Smartphone technology is a rapid growing trend in the automotive industry. Juniper Research (News - Alert) predicts that 92 million vehicles will include smartphone technology as of 2016. Car producers designed a hub that is set in the dashboard containing the built-in smartphone. Its location provides easy access for hands-free use while on the road.
Ford owners first experienced the telematic features with newer models of the Explorer and other popular SUVs and cars. The hub not only makes calls and surfs the Internet, but it also connects with emergency services and helps drivers parallel park. A recent report finds that Toyota and Mercedes are planning to include the technology in models as a luxury and safety feature.
Telematics offers a variety of features cars would otherwise lack. One of the best features is that some apps will track a driving pattern. Auto insurers encourage smartphone technology in vehicles because it offers a way to measure a driver’s behavior in the car. This could be beneficial or harmful to consumers as insurance prices would reflect the results.
However, when there is an accident the technology could offer proof that would help the driver. Experts believe this system will be in place completely in 2014. In Brazil, the eCall system installed in vehicles not only tracks driver’s behaviors, but also helps locate stolen cars.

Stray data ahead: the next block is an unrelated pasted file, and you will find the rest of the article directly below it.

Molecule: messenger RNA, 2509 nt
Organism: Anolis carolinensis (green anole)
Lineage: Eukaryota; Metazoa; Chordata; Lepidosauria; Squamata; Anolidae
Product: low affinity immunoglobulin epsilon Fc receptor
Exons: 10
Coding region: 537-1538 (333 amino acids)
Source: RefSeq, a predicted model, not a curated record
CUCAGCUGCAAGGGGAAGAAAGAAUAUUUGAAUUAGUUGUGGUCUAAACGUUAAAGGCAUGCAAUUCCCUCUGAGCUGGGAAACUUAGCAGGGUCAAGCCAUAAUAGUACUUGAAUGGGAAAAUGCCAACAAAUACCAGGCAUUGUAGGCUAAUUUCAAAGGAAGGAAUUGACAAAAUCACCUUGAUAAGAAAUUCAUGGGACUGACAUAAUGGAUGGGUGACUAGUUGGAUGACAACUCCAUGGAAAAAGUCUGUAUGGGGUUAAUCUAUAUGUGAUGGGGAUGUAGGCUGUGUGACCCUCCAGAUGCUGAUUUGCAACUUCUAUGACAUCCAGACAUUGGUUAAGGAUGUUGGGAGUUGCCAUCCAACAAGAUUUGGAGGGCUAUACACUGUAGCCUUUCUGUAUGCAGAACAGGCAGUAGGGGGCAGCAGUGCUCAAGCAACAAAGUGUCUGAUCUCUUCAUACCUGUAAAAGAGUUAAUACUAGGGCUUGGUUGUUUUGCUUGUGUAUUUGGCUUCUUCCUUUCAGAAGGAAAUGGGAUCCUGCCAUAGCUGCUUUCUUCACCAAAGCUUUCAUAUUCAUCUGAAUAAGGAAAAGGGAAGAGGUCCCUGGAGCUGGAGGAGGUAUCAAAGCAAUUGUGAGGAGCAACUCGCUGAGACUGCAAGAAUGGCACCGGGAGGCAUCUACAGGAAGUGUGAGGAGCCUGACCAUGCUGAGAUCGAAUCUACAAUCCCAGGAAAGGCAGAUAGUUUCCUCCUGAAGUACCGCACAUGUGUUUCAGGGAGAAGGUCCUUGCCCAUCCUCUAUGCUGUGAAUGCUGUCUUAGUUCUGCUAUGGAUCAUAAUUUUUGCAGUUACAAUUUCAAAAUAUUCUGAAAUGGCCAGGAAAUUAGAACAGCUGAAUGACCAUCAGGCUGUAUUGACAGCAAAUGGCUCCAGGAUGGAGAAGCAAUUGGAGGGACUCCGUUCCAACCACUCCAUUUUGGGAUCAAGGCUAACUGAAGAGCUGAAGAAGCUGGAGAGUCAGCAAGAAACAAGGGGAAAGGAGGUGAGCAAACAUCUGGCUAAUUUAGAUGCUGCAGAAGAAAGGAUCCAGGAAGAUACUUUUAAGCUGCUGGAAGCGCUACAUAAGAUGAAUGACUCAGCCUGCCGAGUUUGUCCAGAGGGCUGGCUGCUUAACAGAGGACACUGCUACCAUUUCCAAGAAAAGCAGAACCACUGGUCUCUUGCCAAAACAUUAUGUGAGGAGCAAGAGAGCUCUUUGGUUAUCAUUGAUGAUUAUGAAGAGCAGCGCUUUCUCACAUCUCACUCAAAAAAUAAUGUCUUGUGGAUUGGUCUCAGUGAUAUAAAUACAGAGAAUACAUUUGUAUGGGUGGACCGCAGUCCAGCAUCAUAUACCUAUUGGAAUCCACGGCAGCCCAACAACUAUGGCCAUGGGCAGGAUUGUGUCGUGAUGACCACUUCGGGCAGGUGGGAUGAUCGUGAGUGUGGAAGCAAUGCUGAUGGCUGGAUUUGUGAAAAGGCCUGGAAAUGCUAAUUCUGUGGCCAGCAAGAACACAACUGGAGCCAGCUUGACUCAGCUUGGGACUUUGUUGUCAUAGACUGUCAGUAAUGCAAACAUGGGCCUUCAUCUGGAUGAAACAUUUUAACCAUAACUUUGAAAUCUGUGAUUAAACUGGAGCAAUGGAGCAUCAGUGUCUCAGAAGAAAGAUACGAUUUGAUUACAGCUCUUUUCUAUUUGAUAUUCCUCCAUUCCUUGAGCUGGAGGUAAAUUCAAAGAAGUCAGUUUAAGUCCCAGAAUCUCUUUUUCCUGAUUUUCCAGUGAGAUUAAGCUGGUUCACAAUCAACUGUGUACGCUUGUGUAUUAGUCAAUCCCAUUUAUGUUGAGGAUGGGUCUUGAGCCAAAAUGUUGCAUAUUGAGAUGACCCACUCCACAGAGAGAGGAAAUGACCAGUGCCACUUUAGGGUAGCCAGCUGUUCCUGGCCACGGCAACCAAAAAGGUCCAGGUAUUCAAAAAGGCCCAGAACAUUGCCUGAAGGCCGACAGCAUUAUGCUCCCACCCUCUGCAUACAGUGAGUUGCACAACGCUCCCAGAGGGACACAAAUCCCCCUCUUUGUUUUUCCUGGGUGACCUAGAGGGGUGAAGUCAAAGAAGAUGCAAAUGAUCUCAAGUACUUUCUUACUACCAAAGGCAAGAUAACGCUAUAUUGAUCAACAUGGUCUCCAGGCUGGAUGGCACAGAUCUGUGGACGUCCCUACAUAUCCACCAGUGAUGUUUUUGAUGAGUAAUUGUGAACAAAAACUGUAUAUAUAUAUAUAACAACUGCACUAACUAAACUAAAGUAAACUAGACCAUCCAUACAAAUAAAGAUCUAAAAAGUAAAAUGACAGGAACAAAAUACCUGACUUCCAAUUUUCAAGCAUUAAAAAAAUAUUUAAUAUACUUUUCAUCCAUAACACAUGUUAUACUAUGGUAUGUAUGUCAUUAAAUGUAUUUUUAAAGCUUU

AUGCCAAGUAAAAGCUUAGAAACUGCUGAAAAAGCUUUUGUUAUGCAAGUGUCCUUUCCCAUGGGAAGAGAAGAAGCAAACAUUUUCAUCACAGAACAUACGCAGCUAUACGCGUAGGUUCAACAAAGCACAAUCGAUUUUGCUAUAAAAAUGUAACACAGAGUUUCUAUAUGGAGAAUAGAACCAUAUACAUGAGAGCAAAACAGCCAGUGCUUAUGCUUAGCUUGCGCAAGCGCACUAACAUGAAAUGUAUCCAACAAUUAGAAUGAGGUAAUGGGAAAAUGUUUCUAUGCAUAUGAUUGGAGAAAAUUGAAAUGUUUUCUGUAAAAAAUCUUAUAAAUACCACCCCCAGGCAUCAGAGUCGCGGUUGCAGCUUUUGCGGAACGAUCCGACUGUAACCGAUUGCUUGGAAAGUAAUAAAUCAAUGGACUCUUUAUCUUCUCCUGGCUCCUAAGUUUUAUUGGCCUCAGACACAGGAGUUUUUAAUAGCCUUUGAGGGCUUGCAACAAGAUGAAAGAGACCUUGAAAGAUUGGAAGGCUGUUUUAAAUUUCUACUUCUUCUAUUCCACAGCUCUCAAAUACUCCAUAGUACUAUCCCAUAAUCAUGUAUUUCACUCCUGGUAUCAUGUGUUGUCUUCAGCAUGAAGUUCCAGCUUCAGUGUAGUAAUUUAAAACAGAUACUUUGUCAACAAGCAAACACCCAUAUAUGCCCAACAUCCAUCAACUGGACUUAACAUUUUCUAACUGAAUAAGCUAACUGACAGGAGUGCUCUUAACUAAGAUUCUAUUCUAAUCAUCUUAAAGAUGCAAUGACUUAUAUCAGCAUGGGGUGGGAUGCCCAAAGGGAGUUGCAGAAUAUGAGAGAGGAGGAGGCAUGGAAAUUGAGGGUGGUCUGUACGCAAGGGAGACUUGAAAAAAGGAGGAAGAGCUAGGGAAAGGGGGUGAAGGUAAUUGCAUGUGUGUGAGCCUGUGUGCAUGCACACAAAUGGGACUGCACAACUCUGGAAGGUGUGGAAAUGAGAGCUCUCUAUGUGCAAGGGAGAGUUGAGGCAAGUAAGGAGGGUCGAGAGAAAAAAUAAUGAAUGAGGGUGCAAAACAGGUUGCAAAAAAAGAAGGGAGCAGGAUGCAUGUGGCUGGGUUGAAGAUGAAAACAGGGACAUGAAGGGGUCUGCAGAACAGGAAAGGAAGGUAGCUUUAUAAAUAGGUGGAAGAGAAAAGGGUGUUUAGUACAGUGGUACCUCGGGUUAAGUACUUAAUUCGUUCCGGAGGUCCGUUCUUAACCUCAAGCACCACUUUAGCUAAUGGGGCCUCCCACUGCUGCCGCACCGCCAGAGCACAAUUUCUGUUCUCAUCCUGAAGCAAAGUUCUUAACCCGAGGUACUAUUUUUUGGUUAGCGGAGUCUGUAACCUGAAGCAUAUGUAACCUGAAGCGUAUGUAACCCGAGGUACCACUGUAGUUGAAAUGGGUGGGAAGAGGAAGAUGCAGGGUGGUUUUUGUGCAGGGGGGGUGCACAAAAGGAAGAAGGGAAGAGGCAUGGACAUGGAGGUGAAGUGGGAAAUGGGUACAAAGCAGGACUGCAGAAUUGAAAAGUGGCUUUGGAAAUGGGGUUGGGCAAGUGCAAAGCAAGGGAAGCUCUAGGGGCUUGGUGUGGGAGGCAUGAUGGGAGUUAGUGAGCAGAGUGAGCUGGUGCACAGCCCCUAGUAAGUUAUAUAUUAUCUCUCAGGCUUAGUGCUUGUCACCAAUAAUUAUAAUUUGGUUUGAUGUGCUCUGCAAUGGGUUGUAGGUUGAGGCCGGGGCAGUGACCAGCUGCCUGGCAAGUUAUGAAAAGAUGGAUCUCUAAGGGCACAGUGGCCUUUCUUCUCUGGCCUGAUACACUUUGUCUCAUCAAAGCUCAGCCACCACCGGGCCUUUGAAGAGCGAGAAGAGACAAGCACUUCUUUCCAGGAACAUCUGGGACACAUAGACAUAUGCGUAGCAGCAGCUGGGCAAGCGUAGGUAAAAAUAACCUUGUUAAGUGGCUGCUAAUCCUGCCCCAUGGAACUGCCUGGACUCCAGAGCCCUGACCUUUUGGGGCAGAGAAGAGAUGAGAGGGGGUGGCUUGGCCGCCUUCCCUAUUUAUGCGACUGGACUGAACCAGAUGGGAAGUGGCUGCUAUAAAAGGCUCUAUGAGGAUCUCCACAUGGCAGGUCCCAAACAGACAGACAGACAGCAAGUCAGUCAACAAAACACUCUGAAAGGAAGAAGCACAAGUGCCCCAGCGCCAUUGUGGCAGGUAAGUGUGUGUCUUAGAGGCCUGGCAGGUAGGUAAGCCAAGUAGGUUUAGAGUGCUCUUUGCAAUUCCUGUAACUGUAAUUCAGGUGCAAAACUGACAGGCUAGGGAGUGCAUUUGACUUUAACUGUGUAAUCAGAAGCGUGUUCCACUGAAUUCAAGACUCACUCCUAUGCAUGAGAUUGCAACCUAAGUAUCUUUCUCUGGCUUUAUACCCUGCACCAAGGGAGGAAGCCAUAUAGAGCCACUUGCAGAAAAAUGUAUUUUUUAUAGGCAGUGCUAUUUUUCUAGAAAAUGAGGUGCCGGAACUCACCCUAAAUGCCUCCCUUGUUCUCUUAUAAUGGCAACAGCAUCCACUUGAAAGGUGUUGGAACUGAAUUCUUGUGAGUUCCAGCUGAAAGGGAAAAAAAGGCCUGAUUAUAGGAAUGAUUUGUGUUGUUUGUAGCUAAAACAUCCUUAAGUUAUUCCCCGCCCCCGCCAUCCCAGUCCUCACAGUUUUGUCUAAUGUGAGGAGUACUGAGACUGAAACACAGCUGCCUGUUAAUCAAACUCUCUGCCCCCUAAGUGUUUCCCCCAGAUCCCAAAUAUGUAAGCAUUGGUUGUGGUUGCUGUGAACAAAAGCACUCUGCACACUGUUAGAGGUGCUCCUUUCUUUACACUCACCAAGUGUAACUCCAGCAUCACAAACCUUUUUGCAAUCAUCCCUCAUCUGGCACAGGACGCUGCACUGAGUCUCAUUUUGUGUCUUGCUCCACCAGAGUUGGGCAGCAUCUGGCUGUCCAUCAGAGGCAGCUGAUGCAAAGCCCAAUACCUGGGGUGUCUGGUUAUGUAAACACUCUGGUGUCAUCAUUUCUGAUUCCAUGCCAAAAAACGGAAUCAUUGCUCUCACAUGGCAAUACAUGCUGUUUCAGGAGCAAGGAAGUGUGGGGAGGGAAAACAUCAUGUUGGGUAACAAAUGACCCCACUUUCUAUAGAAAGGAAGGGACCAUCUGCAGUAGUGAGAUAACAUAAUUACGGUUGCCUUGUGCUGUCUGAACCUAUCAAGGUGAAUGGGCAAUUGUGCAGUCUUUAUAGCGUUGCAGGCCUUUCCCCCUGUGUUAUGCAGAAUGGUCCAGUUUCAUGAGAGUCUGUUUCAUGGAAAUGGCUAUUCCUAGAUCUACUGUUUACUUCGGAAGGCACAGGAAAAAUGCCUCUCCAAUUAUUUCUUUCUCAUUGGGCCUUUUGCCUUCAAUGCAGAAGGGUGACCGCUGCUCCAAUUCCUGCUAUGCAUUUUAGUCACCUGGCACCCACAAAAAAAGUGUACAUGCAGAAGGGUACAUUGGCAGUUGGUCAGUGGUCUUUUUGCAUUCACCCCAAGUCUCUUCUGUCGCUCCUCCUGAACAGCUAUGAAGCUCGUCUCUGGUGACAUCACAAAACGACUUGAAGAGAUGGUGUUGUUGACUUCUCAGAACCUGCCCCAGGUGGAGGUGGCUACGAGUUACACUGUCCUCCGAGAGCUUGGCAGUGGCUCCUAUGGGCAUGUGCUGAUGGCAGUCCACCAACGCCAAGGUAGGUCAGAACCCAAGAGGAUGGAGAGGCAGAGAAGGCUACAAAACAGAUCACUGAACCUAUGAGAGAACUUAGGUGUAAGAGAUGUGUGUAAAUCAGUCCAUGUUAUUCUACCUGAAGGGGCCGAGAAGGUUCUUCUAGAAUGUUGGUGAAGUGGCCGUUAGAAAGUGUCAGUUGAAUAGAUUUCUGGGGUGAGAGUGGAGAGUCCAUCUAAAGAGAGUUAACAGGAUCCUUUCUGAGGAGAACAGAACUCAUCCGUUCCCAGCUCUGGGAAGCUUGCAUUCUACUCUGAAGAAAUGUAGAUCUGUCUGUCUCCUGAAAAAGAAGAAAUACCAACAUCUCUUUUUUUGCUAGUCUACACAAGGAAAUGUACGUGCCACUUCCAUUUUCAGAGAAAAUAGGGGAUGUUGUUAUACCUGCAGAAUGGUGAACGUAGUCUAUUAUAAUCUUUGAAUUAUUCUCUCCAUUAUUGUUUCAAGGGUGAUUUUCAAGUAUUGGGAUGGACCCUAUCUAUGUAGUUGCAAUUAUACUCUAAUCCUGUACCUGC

“Integrating the smartphone into consumer cars represents a new route for the mobile Internet and infotainment to enter the vehicle,” says report author Anthony Cox (News - Alert). Currently consumer telematics has improved fleet efficiency when installed in semi-trucks. Though the technology is expected to appear in a vast majority of cars in the next few years, the report finds that major vehicle producers will experience limited growth with the technology in the next five years until it is perfected.
Edited by Jennifer Russell